In any case, the White House, which until now has projected an air of detachment toward the committee, took the decision to expand the inquiry as a green light to attack.

    White House press secretary Joseph Lockhart accused the panel of "going off on a variety of different fishing expeditions" and said, "When you look at the last 24 hours, you'll understand why the public has so little confidence in this process and why there's so little support for the direction the Republicans are taking this process in."

    With the level of acrimony rising, White House officials said yesterday they were planning to ignore today's deadline to tell Congress whether the president will accept an offer to present a defense on Dec. 8, and the Clinton team increasingly seemed to be leaning against presenting a defense altogether.

    "What's the point of making a presentation?" asked a White House official who did not want to be named. "What's the point of getting in the middle of their mud-pie-throwing contest? There seems to be no benefit."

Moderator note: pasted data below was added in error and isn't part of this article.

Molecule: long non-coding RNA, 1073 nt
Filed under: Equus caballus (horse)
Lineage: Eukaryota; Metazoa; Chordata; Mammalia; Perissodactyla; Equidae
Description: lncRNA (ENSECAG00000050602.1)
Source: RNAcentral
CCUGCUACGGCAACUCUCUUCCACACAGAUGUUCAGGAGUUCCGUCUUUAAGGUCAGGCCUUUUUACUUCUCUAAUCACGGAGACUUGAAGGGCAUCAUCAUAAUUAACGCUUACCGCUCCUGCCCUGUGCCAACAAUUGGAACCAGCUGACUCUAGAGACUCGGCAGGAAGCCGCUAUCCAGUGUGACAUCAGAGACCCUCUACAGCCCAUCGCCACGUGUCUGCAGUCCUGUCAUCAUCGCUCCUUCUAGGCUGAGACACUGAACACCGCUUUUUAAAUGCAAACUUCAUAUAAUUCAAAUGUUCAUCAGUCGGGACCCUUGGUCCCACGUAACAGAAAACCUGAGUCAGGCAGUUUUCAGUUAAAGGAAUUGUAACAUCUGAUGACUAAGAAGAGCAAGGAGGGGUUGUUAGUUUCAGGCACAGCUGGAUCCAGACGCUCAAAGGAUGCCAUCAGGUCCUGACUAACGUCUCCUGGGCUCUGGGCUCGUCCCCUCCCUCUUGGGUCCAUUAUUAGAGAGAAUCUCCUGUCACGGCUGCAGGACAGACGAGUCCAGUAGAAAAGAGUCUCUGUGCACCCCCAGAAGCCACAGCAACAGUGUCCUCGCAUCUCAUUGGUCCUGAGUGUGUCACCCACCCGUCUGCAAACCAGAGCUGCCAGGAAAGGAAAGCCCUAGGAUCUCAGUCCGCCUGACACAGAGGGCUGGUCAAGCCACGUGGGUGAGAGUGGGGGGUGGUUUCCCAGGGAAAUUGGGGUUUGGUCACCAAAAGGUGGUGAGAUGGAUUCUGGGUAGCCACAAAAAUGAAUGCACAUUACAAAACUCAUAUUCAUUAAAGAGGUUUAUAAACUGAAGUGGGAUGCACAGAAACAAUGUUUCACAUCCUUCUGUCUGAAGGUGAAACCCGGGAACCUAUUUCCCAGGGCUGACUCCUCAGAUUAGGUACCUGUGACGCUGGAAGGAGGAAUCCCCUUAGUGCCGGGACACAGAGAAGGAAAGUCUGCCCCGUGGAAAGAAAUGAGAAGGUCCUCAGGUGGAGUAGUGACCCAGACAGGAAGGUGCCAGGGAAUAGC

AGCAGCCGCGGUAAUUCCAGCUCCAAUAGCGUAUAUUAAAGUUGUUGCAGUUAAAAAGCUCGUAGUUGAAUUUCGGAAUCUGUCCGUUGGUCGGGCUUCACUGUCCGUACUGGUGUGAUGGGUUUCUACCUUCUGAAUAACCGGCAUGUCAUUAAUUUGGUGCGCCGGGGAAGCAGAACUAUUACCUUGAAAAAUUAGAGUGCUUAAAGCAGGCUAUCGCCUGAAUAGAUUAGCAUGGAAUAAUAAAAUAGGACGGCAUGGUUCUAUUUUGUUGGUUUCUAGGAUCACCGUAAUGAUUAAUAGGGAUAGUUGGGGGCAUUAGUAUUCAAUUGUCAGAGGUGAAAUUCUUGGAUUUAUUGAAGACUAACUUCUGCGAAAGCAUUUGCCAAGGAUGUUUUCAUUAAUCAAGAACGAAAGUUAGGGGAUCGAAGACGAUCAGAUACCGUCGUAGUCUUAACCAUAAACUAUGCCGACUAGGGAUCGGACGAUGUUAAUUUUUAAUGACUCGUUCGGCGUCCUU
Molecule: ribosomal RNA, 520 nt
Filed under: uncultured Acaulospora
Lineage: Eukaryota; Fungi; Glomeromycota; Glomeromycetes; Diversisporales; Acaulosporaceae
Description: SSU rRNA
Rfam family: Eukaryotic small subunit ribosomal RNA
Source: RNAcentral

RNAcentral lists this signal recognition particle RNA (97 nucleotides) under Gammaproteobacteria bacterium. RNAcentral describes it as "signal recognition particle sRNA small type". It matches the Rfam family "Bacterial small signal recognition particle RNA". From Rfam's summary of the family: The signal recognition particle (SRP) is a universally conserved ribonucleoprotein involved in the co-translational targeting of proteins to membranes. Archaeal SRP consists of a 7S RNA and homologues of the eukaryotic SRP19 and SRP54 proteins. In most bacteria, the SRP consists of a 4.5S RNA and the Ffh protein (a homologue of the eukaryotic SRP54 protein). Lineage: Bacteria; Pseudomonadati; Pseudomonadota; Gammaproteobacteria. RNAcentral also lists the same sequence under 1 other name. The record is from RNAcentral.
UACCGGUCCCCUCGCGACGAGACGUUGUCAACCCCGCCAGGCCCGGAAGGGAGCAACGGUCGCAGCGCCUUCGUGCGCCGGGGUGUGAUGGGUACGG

But Republicans said the White House and congressional Democrats have done as much or more than their members to undermine public confidence in the proceeding. Committee Democrats, they said, have made no attempt to ask serious questions about Starr's evidence or display an interest in getting at the truth of what Clinton did.

    Shays, who has said he does not believe the president's "outrageous" conduct rises to the level of impeachable offenses, said the president has contributed to demeaning the process.

    "When the president acts like he has done nothing wrong and continues to play a word game with honest questions, he almost pushes me and others who don't want to vote for impeachment to say this guy doesn't get it," Shays said. "He has made life very difficult for his friends, his enemies and those who want to be fair."

    Many Republicans argued against the popular wisdom that an extended impeachment inquiry will badly damage their party. They said that what happens in the first few months of 1999 will hardly echo by the time the 2000 presidential race captures the public's attention.

    What concerns them is that neither the Judiciary Committee nor the GOP leadership appears to have a strategy for bringing the whole process to a conclusion that will satisfy both conservative Republicans and the American people.

    Meanwhile, Republicans lamented how events are unfolding. "The only thing I can think of," said a House Republican, "is that somebody is thinking we'll just keep piling the evidence higher and higher and at some point the weight will be so great he [Clinton] will fall."


    © Copyright 1998 The Washington Post Company